Because that would make our niece Celia two year older than her brother Daniel, who was then two years older than his cousin, our daughter, Michaela, who would then be two years older than her brother Carl.
It was all going to plan. Just about perfect.Lots of moving pieces but we had planned well. I had finished my undergraduate studies and was plucking along at seminary. I had lost a bunch of weight. Life was good.
And then it wasn’t.
At ten months old Carl was diagnosed with Leukemia. And we went from planning out the next 5 years of family life together to planning out how to make sure one of us was always at Mott with Carl so that he was never alone. And how we could make whichever one of us was there as comfortable as possible in such a place.
All of the planning. All of the dreams. They had to be adapted to the reality of the situation. We could no longer expect the plans we laid out on paper to reflect what reality was going to be.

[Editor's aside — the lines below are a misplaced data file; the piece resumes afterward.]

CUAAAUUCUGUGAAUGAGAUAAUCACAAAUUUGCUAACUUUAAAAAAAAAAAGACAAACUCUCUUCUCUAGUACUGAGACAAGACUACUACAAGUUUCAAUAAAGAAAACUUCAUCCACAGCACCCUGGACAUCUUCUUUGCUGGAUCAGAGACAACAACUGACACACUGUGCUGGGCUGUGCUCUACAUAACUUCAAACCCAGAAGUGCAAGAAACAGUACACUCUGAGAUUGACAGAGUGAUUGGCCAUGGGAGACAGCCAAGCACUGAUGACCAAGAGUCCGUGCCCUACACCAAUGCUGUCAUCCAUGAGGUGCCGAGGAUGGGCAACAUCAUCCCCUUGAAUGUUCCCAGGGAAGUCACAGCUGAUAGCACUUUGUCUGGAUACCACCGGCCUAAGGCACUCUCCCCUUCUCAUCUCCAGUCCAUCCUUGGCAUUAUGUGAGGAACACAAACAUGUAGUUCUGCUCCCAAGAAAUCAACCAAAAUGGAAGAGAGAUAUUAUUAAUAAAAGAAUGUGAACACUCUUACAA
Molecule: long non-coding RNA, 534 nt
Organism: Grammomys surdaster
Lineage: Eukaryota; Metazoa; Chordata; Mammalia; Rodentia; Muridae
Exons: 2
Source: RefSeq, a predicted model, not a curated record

I remember a point when we thought we were pretty sure Carl had beaten the cancer. I actually began planning the party. I designed a banner that said “Carl Kicked Cancer’s Keister.” I was all set to order it when we got a call from the oncologist explaining to us that Carl wasn’t in remission. Actually the cancer was even stronger and more aggressive than it was before. And so I didn’t order the banner.
We went back to Mott after a much too short week home and we got back in the trenches. In the end, the only way Carl escaped that cancer was in death.
Friends we grieved; we grieved and we mourned (we still do). But we did not mourn like those who have no hope. We mourned in full and sure knowledge that we will see Carl again. That Carl is still being cared for and loved. That folks, is why Paul can say things like, “Rejoice always, pray without ceasing, [and] give thanks in all circumstances.”